Trump’s Attorneys Assert ‘insurmountable difficulties’ in Securing $464M Bond in Civil Fraud Case

Former President Donald Trump’s lawyers argued on Monday that he is facing “insurmountable difficulties” in obtaining a bond to cover the $464 million civil fraud judgment, stressing the need to use real estate as collateral.

In a fresh appellate court filing, Trump’s legal team outlined the formidable challenge ahead.

“Defendants have faced what have proven to be insurmountable difficulties in obtaining an appeal bond for the full $464 million,” affirmed Trump Organization general counsel Alan Garten.

This predicament stems from Judge Arthur Engoron’s ruling in February, demanding Trump to disburse $464 million in disgorgement and interest. Engoron found Trump culpable of engaging in a decade-long business venture with falsified financial statements, artificially inflating his real estate assets, and exaggerating his wealth.

As a result, Trump was banned from leading any New York enterprise for three years, while his sons, Donald Trump Jr. and Eric Trump, were fined $4 million each and received a two-year ban.

Garten highlighted that while Trump remains “financially stable” and possesses “substantial assets,” the enormity of the judgment necessitates leveraging his real estate holdings for the bond.

Trump's Attorneys Assert 'insurmountable difficulties' in Securing $464M Bond in Civil Fraud Case
Interest adds to legal bills, and guides appeal strategy, says business law professor. (Credits: Access Wealth)

However, despite Trump’s endeavors, no surety bond provider, including Chubb, the insurer behind Trump’s $91.6 million bond covering the $83 million judgment in the E. Jean Carroll defamation case, has shown a willingness to accept real estate as collateral.

“For Defendants, this presents a major obstacle,” Garten underscored.

Trump’s legal team, denouncing the judgment as “unconstitutionally excessive,” reiterated their plea to an appellate court on Monday, seeking permission for Trump to secure a bond of a lesser amount.

Defense attorneys Alina Habba and Clifford Robert emphasized the impracticality of obtaining such a vast sum solely through the liquidation of real estate assets, foreseeing substantial and unrecoverable losses. In their filing, they asserted, “Obtaining such cash through a ‘fire sale’ of real estate holdings would inevitably result in massive, irrecoverable losses — textbook irreparable injury.”

The filing disclosed that Gary Guilietti, the president of insurance surety Lockton Companies, who testified in favor of Trump during the trial, has been helping the Trump Organization connect with bond companies.

Guilietti, in an affidavit, disclosed that surety companies have declined to accept the Trump Organization’s properties as collateral, leaving the company with the sole alternative of providing 120% of the bond amount in cash and cash equivalents, totaling a staggering $557,491,716.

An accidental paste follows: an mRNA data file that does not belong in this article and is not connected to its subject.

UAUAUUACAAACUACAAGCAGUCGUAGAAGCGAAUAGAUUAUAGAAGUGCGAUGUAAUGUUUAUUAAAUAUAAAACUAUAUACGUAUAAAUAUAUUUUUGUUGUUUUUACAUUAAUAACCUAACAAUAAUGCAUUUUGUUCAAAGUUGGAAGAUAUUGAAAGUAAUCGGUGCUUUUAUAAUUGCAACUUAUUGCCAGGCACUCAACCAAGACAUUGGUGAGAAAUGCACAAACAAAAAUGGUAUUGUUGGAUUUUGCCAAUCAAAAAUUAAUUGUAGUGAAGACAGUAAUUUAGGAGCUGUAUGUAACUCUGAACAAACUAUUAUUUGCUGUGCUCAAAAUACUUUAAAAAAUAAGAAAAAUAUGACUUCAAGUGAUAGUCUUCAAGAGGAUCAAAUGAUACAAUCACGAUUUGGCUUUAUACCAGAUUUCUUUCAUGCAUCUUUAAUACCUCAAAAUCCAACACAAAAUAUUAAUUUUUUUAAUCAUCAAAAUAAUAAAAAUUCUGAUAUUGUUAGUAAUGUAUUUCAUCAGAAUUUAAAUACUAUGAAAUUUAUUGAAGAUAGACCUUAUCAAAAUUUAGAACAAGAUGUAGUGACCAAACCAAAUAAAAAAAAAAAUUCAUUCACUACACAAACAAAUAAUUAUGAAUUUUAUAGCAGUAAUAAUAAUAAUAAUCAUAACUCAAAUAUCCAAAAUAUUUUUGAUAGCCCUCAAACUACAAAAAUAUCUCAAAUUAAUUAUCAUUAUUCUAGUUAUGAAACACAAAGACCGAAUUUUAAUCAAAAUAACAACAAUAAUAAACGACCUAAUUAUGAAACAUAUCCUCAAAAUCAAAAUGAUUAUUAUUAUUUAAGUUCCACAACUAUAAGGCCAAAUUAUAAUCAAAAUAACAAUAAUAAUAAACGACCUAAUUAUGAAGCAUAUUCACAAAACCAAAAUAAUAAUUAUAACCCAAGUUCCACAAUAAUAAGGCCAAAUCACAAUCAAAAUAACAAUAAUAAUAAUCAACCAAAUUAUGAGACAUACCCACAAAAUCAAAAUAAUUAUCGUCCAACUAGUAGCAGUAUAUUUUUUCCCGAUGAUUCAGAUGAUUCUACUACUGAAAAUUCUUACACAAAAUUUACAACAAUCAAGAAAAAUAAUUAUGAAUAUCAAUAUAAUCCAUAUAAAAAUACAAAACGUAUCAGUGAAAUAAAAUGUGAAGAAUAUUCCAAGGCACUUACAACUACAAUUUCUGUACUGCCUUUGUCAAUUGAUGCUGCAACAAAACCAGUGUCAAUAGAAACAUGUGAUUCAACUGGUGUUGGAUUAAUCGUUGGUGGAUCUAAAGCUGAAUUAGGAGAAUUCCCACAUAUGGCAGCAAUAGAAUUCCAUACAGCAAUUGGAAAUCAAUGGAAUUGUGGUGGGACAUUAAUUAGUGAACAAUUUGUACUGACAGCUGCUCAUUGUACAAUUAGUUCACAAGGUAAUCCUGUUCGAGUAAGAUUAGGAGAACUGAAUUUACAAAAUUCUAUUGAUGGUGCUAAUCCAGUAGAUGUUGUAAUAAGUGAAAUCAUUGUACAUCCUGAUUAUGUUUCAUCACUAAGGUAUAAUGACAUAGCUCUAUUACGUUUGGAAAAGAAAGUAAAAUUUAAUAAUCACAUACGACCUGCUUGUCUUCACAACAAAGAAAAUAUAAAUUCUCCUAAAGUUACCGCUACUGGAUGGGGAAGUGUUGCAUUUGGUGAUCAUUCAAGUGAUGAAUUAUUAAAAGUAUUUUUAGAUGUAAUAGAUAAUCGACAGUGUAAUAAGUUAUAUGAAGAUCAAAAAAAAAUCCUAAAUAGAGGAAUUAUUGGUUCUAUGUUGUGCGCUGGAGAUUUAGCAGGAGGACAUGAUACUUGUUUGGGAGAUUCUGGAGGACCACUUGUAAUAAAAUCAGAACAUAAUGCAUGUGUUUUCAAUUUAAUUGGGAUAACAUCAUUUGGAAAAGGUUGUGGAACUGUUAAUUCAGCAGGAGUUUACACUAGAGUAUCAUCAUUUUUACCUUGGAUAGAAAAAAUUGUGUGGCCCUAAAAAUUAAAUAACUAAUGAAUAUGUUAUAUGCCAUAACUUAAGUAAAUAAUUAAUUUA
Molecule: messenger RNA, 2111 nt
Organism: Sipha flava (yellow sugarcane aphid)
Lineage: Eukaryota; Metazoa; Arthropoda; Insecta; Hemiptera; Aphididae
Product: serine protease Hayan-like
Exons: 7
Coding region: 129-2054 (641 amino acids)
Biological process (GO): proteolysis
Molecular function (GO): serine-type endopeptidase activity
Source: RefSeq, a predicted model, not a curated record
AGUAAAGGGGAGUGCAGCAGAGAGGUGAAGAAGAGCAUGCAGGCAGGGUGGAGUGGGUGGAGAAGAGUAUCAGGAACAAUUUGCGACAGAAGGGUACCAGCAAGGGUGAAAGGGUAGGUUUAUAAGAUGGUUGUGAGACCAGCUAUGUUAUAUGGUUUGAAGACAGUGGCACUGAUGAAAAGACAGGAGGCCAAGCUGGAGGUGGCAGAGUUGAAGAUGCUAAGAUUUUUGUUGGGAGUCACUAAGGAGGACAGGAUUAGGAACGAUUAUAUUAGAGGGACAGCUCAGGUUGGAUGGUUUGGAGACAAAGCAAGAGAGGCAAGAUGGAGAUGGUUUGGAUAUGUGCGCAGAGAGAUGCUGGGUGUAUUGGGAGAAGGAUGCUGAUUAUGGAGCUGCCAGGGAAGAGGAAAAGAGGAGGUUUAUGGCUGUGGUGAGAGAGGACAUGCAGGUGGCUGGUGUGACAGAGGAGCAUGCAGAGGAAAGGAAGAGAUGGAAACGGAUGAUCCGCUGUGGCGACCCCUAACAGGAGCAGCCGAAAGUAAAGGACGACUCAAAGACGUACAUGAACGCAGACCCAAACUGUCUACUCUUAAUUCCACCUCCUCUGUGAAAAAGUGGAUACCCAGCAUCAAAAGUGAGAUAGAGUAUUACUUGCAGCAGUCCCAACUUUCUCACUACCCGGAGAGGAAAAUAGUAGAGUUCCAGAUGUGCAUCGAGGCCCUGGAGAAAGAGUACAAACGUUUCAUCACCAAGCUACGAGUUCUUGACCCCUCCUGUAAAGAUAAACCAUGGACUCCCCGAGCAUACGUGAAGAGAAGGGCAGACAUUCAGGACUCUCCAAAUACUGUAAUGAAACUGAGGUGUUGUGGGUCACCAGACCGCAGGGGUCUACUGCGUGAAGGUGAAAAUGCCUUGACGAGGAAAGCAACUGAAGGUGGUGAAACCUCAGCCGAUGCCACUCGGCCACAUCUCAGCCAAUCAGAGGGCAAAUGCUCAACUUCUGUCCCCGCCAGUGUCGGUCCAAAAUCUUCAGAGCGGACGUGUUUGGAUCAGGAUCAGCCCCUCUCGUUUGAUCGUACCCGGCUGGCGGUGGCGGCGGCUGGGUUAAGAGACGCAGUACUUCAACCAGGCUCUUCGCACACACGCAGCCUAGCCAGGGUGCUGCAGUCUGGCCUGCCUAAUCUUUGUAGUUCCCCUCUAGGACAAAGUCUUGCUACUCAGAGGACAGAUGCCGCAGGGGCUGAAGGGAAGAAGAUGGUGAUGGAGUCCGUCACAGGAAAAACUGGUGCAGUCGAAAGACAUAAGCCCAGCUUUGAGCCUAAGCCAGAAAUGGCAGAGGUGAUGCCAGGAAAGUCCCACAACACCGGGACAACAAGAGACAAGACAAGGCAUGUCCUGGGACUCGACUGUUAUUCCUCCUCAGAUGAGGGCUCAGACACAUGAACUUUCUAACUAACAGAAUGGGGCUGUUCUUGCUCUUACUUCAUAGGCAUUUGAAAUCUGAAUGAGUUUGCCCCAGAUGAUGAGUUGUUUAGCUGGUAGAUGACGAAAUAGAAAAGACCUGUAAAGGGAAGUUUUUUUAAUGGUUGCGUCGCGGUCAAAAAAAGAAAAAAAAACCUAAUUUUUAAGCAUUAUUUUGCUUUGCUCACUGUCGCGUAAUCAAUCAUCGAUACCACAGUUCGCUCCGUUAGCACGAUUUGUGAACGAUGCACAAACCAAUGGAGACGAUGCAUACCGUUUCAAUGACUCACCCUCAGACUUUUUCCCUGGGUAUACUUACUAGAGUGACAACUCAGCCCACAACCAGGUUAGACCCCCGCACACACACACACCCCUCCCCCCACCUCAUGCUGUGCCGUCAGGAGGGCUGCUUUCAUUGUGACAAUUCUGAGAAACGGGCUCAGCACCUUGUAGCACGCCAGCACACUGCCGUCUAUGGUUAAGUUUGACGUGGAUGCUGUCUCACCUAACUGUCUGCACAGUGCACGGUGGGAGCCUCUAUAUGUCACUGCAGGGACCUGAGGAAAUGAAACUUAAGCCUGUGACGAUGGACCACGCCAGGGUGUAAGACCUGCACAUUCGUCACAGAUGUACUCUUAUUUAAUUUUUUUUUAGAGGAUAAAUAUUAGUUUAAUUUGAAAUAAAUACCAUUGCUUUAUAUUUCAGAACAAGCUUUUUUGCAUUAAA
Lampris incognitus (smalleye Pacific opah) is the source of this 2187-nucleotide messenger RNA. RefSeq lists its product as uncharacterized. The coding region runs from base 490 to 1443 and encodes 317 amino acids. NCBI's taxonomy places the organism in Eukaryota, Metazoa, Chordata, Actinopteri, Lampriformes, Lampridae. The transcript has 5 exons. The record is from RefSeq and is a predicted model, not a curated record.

“While it is my understanding that the Trump Organization is in a strong liquidity position, it does not have $1 billion in cash or cash equivalents,” Guilietti clarified.

The New York Attorney General’s Office has opposed the proposition of a reduced bond, contending that Trump and his co-defendants may endeavor to elude enforcement of the judgment or complicate enforcement procedures.

The former president maintains his innocence and has vowed to challenge the ruling through the appellate process.

Trump's Attorneys Assert 'insurmountable difficulties' in Securing $464M Bond in Civil Fraud Case
Posting a bond during appeal prolongs interest accrual, potentially increasing costs significantly. (Credits: Forbes)

In Engoron’s judgment, Trump was instructed to pay pre-judgment interest on each unlawfully obtained gain, with interest calculated from the date of each transaction, alongside a 9% post-judgment interest rate upon the court’s entry of the judgment.

Business law professor, Will Thomas from the University of Michigan pointed out to ABC News that the accumulating interest not only adds to Trump’s increasing legal costs but also influences his approach to the appeal process.

During Trump’s protracted appeal of Engoron’s decision, the fine will continue to accumulate interest unless he places the entire sum into an escrow account, per Thomas’s explanation.

Although Trump’s appeal triggers an automatic stay on the enforcement of Engoron’s ruling, he must initially place funds into an escrow account or furnish a bond to proceed with the appeal.

Should Trump opt for posting a bond to cover the fine throughout the appeal, the interest will persist, potentially resulting in tens of millions of dollars in additional costs.

Jackson Kelley
Jackson Kelley
Jackson is a political activist and market expert. He covers the impact of politics on the market and global economy.
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